by Mike Davis
Verso, 256 pp., $24As densely footnoted a projection of apocalypse as you could ever read, Mike Davis's Planet of Slums overwhelms as much for its research as for its terrifying and heartbreaking implications. Where a free-market Pollyanna like Thomas L. Friedman would draw sweeping conclusions about globalization's horn of plenty from a couple of cheery conversations with an Indonesian Web designer, Davis is an impeccably well-sourced Cassandra with a stack of reports to show how that lucky Web designer's job depends on a "new" economy derived from an "old" colonialism rigged to keep millions of others literally living in shit.
Charting the growth of cities in developing countries over the last century, the book examines processes and pathologies behind the massive urban expansions that will soon see more of the world's population living in cities than in rural areas for the first time in human history ... and more of those living in the slums, shantytowns, and refugee camps of the ever-expanding periphery than in the cosmopolitan centers. Of course, the miseries produced by such intense concentrations of poverty point to an untenable humanitarian crisis with effects on social and economic sustainability, as well as public health that can't long be ignored by the rest of us (though we're certainly trying). Taken with Davis' previous book, The Monster at Our Door, which concerned urban poverty as incubator for an avian flu pandemic, the possibilities are very grim indeed. When one additionally considers the avoidable human catastrophe brought forth by Hurricane Katrina in relation to the book's warnings, it all hits shockingly close to home.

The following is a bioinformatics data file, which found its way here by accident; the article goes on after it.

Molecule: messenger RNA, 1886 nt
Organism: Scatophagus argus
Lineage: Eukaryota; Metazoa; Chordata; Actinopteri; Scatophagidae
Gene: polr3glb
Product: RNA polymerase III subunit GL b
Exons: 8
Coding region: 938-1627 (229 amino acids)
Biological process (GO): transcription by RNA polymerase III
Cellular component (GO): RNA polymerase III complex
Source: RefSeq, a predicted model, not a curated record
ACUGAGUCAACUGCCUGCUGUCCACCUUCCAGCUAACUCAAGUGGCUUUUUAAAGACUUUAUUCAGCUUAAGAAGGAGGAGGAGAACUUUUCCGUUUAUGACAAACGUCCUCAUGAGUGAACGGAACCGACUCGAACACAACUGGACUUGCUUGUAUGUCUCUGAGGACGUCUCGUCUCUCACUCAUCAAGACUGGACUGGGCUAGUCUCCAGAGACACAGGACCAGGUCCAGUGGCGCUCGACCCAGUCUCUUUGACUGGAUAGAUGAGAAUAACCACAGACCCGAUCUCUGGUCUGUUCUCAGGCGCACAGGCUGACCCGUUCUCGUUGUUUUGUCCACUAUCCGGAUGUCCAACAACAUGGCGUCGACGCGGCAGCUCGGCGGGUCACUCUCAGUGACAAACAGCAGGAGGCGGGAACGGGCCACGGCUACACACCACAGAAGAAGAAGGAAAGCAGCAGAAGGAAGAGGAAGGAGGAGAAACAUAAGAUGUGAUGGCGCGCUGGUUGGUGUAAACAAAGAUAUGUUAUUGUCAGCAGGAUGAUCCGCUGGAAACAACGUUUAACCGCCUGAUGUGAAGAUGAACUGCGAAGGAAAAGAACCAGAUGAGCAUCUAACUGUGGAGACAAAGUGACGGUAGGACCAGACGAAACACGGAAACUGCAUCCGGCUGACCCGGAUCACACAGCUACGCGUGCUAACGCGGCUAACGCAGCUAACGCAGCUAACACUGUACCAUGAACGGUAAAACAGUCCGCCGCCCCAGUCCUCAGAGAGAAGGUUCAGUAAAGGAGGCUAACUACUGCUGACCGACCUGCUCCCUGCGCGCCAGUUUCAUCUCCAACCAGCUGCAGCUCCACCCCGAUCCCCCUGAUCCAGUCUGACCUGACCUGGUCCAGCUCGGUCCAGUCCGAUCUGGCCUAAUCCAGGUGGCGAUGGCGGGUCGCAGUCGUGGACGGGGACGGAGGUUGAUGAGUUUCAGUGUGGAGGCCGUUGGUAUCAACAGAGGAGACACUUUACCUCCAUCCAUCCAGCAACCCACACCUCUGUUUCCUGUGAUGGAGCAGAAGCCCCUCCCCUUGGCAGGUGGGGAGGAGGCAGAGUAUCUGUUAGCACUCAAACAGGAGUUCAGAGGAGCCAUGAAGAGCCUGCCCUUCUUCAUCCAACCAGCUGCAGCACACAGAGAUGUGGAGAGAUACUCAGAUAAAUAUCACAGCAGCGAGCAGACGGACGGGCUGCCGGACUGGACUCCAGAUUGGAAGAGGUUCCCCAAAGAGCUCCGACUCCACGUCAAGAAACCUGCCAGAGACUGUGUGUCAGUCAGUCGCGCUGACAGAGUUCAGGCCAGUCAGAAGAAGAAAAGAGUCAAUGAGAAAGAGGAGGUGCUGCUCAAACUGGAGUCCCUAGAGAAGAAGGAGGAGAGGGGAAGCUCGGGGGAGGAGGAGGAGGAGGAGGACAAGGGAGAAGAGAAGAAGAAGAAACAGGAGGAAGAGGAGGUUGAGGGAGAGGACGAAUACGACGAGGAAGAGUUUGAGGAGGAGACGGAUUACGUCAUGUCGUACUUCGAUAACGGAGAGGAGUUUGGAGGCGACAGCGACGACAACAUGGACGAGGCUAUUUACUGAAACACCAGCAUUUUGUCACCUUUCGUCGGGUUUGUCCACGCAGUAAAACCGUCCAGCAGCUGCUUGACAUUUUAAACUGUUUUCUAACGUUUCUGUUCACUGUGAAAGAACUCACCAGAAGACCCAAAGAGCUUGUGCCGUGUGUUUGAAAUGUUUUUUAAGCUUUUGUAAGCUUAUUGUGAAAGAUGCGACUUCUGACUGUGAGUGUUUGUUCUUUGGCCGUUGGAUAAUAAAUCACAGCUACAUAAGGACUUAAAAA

Still, Planet of Slums' chief task is illuminating the complex of social, economic, and political failures that cause or institutionalize the situation. Though unapologetically leftist, Davis attacks decades of policy by both capitalist and socialist governments alike, while not surprisingly reserving his most withering critiques for the "structural adjustments" of the International Monetary Fund and the World Bank. That probably goes a long way toward accounting for the staggering documentation, quotation, and reference for what seems like every punctuation here, perhaps an overcompensation to forestall the usual complaints of naïveté or preaching to the choir, delivered with petulant condescension, that pass for defenses of neoliberalism's putative "war on poverty." It may make for a more difficult read than Davis' justly celebrated Los Angeles books (City of Quartz and Ecology of Fear), but in many ways, this book's invitation to argument may be his most urgent yet.
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